Moving closer to the process, Mr. Caggiano outlined the five-step process companies must go through in order to have a telephone approved for a CCIB Mark. The steps are:

* Send a letter of intent directly to the China State Administration of Import and Export Commodity Inspection (popularly called SACI). For companies planning to deal directly with the Chinese market, it's possible to contact the supervisor of certification for China. NIST officials can produce the names of relevant contacts.

* Upon receipt of the letter, SACI will send back an application form. Companies have 40 days to complete the form. It must be completed in both Chinese and English.

* The next step is to send samples of the product to be tested to either one of the over 300 SACI test labs in China, or to a ''SACI-approved agency.'' Underwriter's Laboratories, for example, reportedly is actively involved in this process.

* Once you receive a satisfactory report from the test lab, you are allowed to apply the CCIB Mark to the product in question.

* Beijing then sends an inspector to your factory every six months for follow-up audits to make sure there have been no changes to the product that will affect safety.

Language is the ''biggest barrier'' Lucent has faced in complying with the CCIB Mark, says Mr. Caggiano. Although the company hires thousands of Chinese in their overseas plants, it has been dependent on translators to get the job accomplished, he says.

While this strategy works for Lucent, it could prove a problem for smaller companies, Mr. Caggiano contends.

As for the cost of earning the CCIB Mark, he says, it's ''very much a function of the size and complexity of the product(s). If you can afford to get a product UL-listed for this country, you can certainly afford it.''

Still, some high-tech companies with a greater number of product lines are reporting that earning the mark can prove to be quite costly.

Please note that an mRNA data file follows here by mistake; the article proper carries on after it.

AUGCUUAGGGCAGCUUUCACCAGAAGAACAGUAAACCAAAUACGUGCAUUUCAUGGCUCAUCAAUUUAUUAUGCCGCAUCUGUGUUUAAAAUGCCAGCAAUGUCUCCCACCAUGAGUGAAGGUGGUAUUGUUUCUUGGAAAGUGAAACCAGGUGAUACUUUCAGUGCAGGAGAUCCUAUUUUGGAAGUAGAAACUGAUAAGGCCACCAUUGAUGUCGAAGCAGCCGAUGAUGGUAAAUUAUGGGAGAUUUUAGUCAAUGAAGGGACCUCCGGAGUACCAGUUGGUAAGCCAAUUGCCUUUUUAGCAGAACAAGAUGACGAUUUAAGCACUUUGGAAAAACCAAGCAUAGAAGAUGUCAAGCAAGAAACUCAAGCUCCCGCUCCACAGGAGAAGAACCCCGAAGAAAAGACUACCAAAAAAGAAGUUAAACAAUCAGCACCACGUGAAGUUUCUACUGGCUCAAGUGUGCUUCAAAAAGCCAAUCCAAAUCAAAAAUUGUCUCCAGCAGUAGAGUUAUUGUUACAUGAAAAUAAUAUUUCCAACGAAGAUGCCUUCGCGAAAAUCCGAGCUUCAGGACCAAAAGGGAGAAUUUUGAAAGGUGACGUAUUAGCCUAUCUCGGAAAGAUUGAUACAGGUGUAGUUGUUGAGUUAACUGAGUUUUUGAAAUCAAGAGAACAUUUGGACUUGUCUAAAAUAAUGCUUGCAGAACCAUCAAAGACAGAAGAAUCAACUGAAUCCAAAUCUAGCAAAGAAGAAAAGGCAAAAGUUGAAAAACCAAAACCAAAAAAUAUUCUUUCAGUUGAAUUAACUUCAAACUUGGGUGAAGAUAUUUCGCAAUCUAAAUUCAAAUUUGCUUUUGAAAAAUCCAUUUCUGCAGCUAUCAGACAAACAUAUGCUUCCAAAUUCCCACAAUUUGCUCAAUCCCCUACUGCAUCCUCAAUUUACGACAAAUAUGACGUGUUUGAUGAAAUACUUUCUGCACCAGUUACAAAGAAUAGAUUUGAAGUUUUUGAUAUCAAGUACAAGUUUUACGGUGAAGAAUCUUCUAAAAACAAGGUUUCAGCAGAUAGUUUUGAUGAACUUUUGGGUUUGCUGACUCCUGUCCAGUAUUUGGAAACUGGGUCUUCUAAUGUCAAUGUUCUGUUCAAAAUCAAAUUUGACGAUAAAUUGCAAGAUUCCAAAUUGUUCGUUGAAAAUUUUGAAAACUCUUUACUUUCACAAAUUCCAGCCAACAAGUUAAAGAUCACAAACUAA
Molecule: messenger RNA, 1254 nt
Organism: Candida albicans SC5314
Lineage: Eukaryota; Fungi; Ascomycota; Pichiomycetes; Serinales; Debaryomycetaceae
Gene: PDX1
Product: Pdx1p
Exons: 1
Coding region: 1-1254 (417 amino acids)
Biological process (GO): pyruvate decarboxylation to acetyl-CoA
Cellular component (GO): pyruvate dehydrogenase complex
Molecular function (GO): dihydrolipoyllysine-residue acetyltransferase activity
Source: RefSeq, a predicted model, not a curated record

AND, OF COURSE, THERE ARE

ALSO CCIB EXEMPTIONS

Mr. Caggiano also points out there are exemptions to the CCIB standard. For example, companies importing equipment into China in extremely small quantities for consumer use won't be required to earn the mark.

In addition, companies shipping components for manufacturing in Chinese plants won't face the mandate, since the Chinese manufacturer earns the mark for the completed product.

Mr. Caggiano expects China to expand the range of products currently mandated under the safety standard. For telecommunications equipment, for example, he believes the country will imitate the European CISPR 22 standard that regulates electromagnetic interference and susceptibility.

''For years CISPR 22 has zeroed in on intentional (frequency radiators) and spurious emissions, especially in intentionally radiating equipment,'' he says. ''Now what's being added in Europe is susceptibility for immunity. That means when you design a piece of equipment, whether a radiator or not, that piece of equipment must be immune to radiation. There's also a susceptibility spec for medical equipment.''

These issues are also of concern to U.S. officials involved in communications equipment safety standards, making Mr. Caggiano even more certain that China will take on these concerns as well.